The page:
This is the un-edited version
Captain Nemo | VA | 01/01/2009
(5 out of 5 stars)
"After not seeing this version of the film for so long, the restored scenes really stand out and are a plus to the movie as a whole.
The following previously missing scenes have been restored:
1. After Virgil explains to Caeser that Abe (the teacher) told Aldo "No!" at class, McDonald elaborates further that Abe should have known better.
2. After Caeser, Virgil, and McDonald enter the forbidden city a mutant is seen sitting near Kolp and messing with some wires, presumably the alpha omega missile wiring.
3. Prior to the viewing of the archives and while traveling down the corridor McDonald fusses at Caeser and Virgil for being so slow. Caeser and Virgil claim that they can smell the radioactive humans and mention that they are not like the other humans.
4. After Virgil shoots the moving camara he apoligizes to Caeser and claims that everyone now knows they are there.
5. After Kolp tells the captain that they are going after the apes "now" he then tells Alma that, no matter what, surrender is not an option and they gather around the alpha omega missile. They open the missile silo hatch while Mendez looks on.
6. Extended scene of the convoy of mutants going towards ape city with some of the mutants walking out of rank and falling on the ground, presumably dying.
7. After Kolp and the captain view the ape barricade, Virgil sneeks down from his house - then the movie cuts back to Kolp who reminds someone via radio about his message to Alma in case things go wrong.
8. Extra war footage of the apes fighting the mutants with the barracade on fire.
9 A scene near Kolp's bus where a gorilla blows up a mutant with a grenade. Afterwards, Aldo dances on top of the bus in victory.
10. A final scene of the mutants with Mendez and Alma playing checkers. Another mutant shows up and informs that they have lost the war, then falls over dead. Alma goes over and prepares to launch the missile, but Mendez talks her out of it. This is an important scene which directly ties in this movie with "Beneath the Planet of The Apes" for continuity purposes.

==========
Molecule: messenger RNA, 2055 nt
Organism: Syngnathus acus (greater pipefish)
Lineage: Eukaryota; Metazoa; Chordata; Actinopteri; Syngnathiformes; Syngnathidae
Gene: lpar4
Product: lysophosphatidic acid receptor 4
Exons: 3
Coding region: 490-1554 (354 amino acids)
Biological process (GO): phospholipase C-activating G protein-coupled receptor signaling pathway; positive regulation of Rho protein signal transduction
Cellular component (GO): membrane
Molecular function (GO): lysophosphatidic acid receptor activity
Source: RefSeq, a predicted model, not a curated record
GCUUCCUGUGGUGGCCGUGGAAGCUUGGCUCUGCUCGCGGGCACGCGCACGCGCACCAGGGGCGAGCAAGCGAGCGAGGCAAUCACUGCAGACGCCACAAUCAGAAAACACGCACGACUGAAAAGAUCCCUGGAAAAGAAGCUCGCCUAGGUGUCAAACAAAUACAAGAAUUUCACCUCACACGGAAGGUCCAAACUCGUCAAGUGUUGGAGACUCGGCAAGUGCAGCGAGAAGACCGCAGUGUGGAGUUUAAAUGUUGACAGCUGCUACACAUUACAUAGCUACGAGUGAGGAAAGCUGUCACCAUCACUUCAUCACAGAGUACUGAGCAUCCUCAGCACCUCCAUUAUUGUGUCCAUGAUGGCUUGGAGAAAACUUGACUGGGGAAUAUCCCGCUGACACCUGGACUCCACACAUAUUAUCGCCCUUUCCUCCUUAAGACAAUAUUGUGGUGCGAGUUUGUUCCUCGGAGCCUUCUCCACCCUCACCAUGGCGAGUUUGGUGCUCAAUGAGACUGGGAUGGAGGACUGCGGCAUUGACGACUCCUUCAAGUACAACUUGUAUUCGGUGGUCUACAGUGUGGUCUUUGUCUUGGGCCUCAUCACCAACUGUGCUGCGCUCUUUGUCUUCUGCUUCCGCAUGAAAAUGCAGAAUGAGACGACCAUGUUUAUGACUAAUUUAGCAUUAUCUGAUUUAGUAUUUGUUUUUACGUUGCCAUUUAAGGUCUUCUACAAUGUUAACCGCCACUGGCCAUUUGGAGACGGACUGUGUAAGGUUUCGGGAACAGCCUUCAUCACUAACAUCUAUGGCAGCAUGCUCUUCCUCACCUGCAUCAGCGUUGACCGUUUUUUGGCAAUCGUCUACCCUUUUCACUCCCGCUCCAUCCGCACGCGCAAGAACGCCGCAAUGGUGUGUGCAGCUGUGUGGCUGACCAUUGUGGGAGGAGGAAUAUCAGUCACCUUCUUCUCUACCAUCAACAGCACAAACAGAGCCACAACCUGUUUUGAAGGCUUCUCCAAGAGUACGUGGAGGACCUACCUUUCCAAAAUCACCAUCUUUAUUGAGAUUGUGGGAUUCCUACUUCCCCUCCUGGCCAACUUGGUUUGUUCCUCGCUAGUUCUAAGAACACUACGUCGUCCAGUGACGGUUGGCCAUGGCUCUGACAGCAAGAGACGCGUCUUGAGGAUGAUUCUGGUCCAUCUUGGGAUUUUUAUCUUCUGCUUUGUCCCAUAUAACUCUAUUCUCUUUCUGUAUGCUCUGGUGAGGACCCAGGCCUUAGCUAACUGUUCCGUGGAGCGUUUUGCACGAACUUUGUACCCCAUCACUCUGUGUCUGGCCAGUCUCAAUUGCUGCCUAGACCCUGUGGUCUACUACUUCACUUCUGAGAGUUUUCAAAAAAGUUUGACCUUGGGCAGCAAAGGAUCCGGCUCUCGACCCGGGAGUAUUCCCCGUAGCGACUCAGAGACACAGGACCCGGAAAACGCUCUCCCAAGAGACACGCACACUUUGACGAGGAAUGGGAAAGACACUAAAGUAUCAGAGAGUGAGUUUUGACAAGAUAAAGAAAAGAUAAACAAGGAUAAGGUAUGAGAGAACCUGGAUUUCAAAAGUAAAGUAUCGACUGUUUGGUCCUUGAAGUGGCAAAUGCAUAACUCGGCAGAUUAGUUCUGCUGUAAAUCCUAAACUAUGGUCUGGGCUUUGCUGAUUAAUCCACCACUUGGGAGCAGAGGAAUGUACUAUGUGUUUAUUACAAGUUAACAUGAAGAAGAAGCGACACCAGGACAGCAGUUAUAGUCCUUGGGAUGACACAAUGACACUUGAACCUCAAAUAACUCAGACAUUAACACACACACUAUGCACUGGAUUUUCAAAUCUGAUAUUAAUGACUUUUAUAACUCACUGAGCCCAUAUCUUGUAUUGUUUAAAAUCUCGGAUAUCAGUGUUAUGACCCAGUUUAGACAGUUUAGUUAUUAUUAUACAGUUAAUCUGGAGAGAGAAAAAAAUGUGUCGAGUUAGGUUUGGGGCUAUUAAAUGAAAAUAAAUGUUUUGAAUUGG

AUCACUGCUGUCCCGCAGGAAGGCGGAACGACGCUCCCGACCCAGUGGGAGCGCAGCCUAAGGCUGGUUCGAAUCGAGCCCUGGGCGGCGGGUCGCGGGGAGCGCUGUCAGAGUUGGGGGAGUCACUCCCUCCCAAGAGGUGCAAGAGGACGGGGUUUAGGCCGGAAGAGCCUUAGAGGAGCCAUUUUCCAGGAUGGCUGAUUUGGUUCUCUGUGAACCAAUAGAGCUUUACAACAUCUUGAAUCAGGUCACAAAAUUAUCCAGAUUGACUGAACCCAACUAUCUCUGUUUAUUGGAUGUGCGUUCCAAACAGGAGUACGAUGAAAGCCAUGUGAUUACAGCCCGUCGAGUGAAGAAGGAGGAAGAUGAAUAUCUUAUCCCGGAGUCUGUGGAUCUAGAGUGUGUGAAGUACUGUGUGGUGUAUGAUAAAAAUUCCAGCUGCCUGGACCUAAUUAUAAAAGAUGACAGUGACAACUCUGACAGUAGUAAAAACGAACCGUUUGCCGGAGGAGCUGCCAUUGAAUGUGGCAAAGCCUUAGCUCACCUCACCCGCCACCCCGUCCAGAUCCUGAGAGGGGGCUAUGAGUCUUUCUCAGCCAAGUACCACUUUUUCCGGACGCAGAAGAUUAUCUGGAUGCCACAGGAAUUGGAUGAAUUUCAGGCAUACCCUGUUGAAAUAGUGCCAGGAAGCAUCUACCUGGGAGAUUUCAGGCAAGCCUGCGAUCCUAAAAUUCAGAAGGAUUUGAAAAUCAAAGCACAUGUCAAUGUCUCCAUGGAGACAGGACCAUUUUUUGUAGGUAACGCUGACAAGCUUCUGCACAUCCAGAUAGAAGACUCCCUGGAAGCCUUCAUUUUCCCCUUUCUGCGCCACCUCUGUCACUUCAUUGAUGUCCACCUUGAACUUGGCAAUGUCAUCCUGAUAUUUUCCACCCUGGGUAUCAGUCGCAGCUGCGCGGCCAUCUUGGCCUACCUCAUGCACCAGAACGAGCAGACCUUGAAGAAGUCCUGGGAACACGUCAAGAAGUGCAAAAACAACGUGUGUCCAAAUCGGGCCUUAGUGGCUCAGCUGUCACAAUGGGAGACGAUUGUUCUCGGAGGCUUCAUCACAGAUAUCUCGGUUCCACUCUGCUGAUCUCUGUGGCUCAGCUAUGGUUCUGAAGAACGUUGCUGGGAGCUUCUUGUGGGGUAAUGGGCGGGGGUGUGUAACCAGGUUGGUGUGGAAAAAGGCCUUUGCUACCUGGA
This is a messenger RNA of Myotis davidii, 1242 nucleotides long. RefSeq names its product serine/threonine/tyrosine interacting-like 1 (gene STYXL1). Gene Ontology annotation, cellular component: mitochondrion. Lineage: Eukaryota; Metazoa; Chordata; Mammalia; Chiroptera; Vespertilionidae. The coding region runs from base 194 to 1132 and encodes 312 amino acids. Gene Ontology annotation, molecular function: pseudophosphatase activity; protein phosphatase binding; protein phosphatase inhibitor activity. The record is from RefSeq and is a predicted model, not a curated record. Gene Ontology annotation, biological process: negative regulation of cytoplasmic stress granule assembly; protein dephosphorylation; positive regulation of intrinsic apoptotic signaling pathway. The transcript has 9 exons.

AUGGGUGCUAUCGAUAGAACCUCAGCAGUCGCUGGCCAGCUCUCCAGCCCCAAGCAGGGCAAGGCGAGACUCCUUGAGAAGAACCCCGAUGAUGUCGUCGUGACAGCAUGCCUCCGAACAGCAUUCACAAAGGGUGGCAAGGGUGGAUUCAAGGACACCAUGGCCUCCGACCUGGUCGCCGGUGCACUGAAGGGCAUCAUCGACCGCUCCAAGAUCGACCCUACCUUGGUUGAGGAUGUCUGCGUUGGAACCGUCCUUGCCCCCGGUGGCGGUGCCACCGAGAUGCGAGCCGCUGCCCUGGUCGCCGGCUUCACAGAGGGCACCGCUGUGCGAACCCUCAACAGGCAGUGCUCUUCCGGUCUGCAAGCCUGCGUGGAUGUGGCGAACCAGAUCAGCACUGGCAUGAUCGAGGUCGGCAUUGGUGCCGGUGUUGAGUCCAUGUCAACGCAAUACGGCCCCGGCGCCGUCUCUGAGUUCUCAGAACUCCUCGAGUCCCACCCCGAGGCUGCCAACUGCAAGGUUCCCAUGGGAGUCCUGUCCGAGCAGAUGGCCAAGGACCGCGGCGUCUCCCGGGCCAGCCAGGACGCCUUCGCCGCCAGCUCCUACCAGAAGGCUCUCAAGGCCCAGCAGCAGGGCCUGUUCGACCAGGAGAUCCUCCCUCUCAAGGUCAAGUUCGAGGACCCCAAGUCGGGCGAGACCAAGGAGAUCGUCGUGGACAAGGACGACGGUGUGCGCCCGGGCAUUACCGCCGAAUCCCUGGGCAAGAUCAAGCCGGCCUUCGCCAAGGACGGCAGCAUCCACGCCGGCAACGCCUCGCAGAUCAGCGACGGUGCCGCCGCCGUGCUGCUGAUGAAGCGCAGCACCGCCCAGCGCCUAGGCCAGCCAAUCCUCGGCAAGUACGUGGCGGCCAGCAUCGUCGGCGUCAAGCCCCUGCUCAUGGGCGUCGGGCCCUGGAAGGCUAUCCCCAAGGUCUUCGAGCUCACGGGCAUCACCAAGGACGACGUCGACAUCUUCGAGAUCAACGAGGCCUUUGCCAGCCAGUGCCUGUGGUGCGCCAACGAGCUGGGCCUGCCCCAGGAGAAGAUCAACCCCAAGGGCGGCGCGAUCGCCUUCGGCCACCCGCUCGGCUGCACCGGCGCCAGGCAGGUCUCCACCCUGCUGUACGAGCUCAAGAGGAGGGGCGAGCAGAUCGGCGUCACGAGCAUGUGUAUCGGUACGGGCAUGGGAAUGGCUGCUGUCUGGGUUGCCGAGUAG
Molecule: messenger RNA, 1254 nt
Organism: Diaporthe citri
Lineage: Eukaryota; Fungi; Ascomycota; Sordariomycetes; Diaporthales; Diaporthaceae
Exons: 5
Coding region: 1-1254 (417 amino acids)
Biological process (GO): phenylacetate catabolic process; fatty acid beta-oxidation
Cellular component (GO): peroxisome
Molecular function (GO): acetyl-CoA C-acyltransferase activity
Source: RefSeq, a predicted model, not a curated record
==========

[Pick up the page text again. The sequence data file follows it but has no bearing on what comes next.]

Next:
I agree with one of the reviewers that the reason this movie had some of it's material previously edited was to make the ending more uplifting. However, if you had already seen this movie on television in the 70's (all scenes included) then you knew what the tear from Caeser's statue at the end of the movie ultimately signified. I have always thought "Battle of the Planet of The Apes" as a dark and mysterious movie and with the edited scenes included this makes it much more so. The soundtrack, a masterpiece by Leonard Rosenman, is extremely gloomy and eerie. The technique to creating this dark music is called atonality, meaning there are no scales but the musical notes are related to each other using the 12-tone system.
For some of you who are confused with the timeline of this movie, the year shown at the beginning of the movie (2670 AD) is the time of the Lawgiver's speech - NOT the time of Caeser's reign (which was much earlier). The Lawgiver is reading out of the sacred scrolls of history mentioned by Dr. Zaius in the first two films.
The last part...
James D. Crabtree | Fort Leavenworth, Kansas | 05/27/2008
(3 out of 5 stars)
"Following the rise of the apes and some sort of man-made catastrophe (probably nuclear war) a community of apes and humans live together in peace. It's the evil human survivors of the nuclear war who still live in New York City who have an issue with the situation and all sorts of hijinks ensue.
Probably the weakest film in the series it is also the one that really requires the viewer to have a strong grasp of what went on in the other movies, especially Battle for the Planet of the Apes. Still, it IS good sci-fi!"